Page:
Former Villanova basketball player Will Sheridan publicly revealed he is gay in an article by Dana O’Neil that was published Monday. Sheridan, who played for Villanova from 2003-2007, says he first opened up to teammate Mike Nardi and that by the time he was done playing all his teammates knew about his sexuality. We also learned that though the news was never made public, it was somewhat known around the Philadelphia area. According to the article, Sheridan “quietly and privately dated a man from another Philadelphia school.”
Sheridan’s sexuality didn’t seem to bother his team, but it did make him the target for opposing fans. “I remember at some games, especially St. Joe’s games, they were unreal,” Sheridan told O’Neil. “At first I was like, ‘My grandma is sitting right there,”‘ Sheridan said. “And as a human being you feel it when people say nasty things. But then I thought, ‘That’s just stupid. If you were gay, you’d like to do [those things], too.”
Even if Sheridan had it tough in some road venues, it seems like he had the support of his team.
Villanova coach Jay Wright says he had no idea “After I found out, I was like, ‘Did you know?’ And all the guys, they were like, ‘Yeah, Coach, we knew,'” Wright said. “They just didn’t care and I guess I was just oblivious.”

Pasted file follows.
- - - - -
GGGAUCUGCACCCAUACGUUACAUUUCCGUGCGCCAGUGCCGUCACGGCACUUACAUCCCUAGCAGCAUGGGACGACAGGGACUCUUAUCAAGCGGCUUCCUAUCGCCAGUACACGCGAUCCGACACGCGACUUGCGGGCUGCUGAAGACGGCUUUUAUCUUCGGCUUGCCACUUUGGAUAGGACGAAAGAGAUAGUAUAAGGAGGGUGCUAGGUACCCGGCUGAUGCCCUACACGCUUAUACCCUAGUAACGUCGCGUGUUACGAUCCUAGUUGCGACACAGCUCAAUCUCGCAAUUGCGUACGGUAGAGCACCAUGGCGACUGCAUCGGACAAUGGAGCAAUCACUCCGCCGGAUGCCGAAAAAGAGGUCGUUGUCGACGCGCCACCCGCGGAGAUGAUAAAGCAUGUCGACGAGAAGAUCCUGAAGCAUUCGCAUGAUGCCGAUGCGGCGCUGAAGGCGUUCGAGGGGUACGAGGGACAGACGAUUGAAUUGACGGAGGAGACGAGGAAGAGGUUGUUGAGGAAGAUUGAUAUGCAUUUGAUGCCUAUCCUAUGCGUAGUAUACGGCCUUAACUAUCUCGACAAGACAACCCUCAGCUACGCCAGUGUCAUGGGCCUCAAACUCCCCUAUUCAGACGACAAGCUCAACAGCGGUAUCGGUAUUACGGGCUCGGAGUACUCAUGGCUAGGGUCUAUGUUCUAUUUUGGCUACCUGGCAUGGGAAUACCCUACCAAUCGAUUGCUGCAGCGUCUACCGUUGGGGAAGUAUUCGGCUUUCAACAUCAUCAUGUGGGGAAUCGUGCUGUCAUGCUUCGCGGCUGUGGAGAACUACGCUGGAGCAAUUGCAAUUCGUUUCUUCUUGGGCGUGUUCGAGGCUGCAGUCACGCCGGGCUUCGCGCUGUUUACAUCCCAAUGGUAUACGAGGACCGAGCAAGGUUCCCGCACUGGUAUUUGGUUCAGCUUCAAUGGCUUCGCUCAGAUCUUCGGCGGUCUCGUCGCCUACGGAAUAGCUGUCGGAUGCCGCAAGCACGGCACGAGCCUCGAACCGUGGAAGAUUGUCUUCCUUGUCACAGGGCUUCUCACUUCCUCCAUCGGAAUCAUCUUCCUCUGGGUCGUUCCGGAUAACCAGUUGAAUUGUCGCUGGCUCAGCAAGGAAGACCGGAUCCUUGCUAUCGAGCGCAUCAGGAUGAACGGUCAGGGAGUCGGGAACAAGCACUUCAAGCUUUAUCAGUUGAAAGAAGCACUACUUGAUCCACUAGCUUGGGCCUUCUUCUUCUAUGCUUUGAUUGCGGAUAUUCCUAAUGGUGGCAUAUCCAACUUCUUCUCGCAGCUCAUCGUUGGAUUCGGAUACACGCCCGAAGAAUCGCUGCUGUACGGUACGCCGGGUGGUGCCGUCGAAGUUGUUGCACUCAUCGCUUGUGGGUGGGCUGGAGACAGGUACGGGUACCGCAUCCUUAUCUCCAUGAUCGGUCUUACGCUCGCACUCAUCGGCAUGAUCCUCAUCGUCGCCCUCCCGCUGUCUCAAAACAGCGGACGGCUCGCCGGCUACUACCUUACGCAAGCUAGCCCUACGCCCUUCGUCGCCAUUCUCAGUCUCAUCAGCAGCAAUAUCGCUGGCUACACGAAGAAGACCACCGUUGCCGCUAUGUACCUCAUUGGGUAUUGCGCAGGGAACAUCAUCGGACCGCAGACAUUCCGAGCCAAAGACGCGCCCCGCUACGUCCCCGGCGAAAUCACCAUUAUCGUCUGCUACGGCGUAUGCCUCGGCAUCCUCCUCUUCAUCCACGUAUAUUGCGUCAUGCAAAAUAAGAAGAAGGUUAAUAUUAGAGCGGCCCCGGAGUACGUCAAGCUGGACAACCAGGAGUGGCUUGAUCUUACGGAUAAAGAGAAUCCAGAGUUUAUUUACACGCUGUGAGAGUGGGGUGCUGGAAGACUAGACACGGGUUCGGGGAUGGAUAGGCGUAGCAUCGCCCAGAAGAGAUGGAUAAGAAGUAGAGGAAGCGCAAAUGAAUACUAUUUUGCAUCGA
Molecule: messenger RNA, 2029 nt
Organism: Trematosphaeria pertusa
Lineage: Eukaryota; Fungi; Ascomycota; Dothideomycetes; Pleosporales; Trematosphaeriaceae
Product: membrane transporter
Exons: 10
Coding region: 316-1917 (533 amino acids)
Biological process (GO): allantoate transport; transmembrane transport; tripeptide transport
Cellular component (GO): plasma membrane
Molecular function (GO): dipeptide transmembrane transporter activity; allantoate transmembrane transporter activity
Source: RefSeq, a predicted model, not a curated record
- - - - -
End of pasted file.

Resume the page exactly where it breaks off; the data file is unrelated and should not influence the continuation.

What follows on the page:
Though Sheridan’s team appeared to be accepting of his homosexuality, his family was not.
The article, which is a recommended read, says Sheridan’s parents struggled with the news. Will’s father even cut him off financially and emotionally, thinking that his son was making a lifestyle choice rather than understanding it was just who he was. It took about a year before Will Sr. finally accepted his son, but he still believes his son is making a lifestyle choice and that his choice will eventually change.
Sheridan’s revelation is pretty eye-opening, and I have to wonder why he didn’t wait to release his first rap music video the day the news came out. Gotta ride the wave of publicity, right? But seriously it’s good to know that despite what Tim Hardaway and other homophobic athletes say, at least one college basketball team accepted their teammate for who he was. That’s progress and it leads me to believe we’re getting closer to the point where athletes won’t fear revealing who they are. Then again, with the way fan taunts were at St. Joe’s, it would take one courageous player to come out while he’s playing because of what he’d have to face.Google+